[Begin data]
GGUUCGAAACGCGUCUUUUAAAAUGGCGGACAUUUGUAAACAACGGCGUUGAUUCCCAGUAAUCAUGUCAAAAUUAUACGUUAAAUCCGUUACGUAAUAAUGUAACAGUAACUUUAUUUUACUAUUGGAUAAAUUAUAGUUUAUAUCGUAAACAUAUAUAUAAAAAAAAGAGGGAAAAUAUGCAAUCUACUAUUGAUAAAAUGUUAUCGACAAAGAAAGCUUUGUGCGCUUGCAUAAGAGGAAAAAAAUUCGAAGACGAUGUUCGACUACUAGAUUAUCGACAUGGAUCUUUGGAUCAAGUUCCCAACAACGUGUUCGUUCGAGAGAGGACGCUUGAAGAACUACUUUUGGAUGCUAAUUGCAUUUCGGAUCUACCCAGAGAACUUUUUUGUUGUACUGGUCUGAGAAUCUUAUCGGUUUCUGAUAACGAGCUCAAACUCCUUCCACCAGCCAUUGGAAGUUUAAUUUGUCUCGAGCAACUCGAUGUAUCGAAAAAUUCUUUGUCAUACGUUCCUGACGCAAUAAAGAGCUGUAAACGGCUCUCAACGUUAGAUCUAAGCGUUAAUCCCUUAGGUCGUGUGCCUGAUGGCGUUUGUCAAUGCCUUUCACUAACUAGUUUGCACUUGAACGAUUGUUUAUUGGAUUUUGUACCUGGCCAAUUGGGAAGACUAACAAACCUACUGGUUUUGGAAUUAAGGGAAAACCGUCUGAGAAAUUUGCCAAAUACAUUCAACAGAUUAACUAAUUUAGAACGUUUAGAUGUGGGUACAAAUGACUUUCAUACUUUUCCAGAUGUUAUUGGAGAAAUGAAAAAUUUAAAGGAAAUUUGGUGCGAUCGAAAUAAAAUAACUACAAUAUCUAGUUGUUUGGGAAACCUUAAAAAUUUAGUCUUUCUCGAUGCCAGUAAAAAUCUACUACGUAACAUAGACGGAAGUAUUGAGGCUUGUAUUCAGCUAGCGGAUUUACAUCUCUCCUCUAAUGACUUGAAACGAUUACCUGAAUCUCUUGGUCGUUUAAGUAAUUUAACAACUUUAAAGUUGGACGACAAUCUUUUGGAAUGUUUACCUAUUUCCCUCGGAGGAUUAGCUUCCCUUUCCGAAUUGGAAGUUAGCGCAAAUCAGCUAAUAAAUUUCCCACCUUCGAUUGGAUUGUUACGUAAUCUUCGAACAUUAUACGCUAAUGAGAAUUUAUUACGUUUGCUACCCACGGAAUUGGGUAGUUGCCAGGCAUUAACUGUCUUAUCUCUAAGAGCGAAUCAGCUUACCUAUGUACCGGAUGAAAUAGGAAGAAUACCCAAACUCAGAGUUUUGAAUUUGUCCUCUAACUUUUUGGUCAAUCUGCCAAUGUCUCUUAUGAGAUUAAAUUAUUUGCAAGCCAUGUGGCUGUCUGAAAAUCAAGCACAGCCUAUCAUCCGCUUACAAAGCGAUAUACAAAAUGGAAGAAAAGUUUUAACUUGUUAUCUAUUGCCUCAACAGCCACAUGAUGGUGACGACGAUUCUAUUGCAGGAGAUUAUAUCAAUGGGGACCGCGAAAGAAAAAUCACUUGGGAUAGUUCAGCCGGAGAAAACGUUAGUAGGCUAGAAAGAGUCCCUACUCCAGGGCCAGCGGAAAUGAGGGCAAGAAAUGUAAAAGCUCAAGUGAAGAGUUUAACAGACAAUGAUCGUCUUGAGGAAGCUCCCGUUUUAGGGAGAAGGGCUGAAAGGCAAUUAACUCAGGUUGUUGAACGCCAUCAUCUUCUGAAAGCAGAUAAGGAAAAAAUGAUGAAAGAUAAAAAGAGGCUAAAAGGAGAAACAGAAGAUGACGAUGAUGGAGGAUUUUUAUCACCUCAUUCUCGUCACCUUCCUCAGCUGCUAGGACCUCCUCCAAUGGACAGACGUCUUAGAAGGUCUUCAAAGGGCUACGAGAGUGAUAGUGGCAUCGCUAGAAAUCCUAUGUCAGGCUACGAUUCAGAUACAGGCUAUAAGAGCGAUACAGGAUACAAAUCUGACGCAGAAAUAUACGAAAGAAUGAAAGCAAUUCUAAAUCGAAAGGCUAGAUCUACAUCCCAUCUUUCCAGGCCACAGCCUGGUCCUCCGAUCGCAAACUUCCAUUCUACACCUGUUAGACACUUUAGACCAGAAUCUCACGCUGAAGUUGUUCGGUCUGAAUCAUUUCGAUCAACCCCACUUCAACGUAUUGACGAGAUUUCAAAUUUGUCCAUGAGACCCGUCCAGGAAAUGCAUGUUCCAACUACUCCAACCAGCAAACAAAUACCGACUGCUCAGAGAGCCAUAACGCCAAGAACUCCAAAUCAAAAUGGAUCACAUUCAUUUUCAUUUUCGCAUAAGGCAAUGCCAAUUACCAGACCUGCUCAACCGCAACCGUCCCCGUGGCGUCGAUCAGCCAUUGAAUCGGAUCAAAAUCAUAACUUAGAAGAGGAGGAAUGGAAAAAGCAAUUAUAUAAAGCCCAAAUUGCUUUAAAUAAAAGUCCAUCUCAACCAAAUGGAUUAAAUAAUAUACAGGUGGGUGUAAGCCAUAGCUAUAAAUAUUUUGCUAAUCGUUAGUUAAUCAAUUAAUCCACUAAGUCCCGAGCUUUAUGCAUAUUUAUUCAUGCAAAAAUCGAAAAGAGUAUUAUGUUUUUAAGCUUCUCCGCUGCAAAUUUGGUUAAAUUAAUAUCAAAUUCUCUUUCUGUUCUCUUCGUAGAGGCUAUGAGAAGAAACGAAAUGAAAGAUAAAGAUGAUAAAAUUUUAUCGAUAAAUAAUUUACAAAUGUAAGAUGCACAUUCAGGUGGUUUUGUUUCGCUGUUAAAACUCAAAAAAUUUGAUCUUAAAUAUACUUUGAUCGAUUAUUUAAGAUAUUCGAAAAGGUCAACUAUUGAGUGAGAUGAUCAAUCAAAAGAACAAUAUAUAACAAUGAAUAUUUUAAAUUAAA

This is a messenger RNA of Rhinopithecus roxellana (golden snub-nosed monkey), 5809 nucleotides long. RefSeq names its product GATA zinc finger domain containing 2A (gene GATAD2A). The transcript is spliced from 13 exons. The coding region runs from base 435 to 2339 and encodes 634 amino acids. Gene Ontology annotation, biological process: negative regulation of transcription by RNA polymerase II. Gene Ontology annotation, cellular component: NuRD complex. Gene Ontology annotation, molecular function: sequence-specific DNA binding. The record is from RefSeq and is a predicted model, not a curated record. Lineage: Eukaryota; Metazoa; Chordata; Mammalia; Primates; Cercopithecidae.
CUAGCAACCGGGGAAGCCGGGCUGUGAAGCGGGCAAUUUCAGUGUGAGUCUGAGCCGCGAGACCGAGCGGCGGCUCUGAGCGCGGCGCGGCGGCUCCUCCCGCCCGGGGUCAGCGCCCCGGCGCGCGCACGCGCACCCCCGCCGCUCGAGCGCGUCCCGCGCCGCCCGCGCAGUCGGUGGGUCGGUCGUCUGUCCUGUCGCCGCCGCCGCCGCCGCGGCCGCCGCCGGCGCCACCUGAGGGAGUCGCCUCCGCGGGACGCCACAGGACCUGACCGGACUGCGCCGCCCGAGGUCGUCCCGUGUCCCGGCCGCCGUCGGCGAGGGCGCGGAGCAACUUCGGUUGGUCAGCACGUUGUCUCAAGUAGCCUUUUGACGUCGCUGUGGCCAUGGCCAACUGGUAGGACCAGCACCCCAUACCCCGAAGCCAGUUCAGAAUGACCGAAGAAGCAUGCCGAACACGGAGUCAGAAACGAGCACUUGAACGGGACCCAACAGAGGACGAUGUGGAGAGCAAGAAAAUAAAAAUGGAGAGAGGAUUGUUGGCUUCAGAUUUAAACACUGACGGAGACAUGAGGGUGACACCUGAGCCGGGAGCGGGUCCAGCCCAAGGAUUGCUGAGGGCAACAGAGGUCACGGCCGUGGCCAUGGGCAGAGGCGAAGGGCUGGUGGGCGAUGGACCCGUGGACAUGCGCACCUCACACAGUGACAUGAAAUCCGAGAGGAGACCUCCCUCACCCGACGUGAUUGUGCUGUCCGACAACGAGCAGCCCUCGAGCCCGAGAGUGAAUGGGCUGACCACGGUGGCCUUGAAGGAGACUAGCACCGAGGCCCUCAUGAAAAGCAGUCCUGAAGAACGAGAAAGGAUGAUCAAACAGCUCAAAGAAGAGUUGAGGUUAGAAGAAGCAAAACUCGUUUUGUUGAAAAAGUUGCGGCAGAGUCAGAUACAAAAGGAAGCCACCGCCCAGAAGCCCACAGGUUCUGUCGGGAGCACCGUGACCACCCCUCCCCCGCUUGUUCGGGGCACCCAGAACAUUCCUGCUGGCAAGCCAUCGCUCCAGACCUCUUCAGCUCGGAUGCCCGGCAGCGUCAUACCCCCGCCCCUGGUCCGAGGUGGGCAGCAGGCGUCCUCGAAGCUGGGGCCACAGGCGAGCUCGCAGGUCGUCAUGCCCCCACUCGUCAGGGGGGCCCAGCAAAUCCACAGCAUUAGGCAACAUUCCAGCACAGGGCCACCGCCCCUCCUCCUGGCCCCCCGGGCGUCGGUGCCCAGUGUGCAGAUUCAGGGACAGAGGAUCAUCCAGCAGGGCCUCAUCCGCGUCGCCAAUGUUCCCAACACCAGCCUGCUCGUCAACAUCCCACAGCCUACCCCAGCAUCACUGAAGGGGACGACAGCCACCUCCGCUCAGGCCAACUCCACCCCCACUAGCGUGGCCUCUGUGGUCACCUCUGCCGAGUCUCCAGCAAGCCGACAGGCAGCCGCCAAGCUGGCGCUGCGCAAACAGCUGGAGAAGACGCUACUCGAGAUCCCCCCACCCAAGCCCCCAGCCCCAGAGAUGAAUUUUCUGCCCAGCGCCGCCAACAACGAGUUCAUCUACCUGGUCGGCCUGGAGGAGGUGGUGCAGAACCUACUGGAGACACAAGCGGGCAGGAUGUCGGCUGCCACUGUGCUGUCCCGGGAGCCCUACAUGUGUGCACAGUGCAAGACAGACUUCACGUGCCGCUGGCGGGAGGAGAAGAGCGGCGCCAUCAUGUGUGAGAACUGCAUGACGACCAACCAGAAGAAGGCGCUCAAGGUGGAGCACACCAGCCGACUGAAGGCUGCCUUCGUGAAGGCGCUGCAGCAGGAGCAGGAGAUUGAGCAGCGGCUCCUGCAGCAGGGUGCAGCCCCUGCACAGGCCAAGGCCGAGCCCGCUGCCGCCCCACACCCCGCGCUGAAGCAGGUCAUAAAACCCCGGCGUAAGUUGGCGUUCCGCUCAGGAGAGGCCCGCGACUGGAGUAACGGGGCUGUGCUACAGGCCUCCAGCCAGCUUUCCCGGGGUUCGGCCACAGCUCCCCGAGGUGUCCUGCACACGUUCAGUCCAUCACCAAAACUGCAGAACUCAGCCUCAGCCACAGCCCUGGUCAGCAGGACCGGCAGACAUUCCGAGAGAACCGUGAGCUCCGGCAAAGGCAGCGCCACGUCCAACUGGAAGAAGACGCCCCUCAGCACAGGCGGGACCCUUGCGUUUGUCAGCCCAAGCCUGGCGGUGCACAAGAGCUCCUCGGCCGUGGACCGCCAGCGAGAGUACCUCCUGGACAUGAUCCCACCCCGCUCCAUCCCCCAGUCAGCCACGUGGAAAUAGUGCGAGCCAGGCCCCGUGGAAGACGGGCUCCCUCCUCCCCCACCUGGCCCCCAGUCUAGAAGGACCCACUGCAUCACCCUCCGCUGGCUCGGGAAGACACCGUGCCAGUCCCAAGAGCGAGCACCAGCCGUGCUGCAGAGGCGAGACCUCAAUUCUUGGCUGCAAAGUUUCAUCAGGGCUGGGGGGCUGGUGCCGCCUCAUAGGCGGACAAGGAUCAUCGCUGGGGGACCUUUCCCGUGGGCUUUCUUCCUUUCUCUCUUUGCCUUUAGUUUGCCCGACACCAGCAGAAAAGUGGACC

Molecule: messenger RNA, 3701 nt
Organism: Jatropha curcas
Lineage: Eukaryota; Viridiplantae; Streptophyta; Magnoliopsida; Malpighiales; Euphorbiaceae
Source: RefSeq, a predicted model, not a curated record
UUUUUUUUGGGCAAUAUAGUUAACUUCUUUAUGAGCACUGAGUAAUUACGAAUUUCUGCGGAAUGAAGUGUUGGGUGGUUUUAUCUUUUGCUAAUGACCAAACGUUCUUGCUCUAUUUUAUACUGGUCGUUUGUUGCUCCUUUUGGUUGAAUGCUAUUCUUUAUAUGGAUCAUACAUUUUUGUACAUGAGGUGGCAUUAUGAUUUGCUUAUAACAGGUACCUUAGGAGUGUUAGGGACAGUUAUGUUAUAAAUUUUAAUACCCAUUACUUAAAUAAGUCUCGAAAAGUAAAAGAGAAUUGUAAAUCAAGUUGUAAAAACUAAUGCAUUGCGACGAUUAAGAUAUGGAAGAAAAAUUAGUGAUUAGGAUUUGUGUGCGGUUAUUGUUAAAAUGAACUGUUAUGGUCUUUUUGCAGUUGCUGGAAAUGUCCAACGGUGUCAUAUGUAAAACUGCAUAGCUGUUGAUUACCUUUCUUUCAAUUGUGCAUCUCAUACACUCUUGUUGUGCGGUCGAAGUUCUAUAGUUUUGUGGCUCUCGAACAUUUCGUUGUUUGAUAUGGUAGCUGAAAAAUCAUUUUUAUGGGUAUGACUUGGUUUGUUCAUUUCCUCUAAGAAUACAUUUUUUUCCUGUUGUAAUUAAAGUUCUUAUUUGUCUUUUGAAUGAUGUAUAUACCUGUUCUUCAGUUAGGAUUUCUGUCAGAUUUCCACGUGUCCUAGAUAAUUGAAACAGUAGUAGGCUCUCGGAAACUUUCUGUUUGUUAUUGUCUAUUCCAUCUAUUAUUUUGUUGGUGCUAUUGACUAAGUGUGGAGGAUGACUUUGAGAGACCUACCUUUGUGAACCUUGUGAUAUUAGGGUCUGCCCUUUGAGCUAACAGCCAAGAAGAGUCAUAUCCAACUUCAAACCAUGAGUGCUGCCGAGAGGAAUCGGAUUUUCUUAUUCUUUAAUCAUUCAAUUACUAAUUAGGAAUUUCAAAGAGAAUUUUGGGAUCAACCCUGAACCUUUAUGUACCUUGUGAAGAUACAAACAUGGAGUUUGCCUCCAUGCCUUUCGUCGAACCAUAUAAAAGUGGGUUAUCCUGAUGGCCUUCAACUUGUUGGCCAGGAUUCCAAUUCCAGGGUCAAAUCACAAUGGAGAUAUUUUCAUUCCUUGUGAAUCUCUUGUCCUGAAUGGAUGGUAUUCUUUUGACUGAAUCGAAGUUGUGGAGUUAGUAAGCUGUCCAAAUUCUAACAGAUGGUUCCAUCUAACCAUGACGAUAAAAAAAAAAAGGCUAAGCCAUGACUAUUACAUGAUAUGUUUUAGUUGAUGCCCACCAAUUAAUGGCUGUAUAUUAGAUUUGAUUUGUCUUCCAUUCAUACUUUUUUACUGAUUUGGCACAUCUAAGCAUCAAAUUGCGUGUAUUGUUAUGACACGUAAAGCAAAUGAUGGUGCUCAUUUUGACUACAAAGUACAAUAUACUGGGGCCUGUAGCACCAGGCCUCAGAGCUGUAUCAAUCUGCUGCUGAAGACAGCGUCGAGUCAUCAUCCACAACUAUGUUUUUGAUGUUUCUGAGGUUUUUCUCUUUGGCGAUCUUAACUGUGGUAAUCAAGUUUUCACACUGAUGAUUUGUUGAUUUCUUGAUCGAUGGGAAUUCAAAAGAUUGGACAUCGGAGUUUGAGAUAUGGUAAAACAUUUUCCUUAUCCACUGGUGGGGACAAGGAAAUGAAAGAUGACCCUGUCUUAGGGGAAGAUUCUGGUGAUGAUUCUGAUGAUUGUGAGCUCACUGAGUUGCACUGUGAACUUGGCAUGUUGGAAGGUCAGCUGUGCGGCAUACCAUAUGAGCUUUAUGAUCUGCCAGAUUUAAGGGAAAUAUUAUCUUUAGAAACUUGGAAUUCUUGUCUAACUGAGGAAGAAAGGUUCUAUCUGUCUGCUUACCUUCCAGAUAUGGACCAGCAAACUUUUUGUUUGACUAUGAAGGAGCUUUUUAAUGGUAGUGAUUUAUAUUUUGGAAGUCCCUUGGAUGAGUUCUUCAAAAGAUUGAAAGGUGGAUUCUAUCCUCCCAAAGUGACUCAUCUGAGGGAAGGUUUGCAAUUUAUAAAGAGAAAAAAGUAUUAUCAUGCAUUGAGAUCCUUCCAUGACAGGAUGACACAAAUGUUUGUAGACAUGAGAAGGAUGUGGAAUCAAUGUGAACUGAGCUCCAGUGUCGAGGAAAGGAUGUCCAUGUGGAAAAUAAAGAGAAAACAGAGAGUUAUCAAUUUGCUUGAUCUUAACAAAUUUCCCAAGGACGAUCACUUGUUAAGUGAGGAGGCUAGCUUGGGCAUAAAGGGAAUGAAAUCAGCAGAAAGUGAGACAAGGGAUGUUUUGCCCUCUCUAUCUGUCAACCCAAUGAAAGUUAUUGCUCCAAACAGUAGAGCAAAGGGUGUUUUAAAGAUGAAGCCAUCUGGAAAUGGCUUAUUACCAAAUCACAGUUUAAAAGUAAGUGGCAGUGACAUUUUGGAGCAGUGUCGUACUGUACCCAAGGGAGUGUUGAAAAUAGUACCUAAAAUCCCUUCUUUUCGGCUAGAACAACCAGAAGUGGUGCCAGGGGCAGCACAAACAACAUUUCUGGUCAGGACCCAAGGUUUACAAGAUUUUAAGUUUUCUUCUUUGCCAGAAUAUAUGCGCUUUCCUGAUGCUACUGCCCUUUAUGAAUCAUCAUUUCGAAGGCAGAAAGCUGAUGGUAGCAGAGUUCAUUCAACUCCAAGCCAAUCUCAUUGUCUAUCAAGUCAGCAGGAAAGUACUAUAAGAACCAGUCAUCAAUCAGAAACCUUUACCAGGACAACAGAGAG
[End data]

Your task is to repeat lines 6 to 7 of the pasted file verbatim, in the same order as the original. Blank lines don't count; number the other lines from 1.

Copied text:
Lineage: Eukaryota; Viridiplantae; Streptophyta; Magnoliopsida; Malpighiales; Euphorbiaceae
Source: RefSeq, a predicted model, not a curated record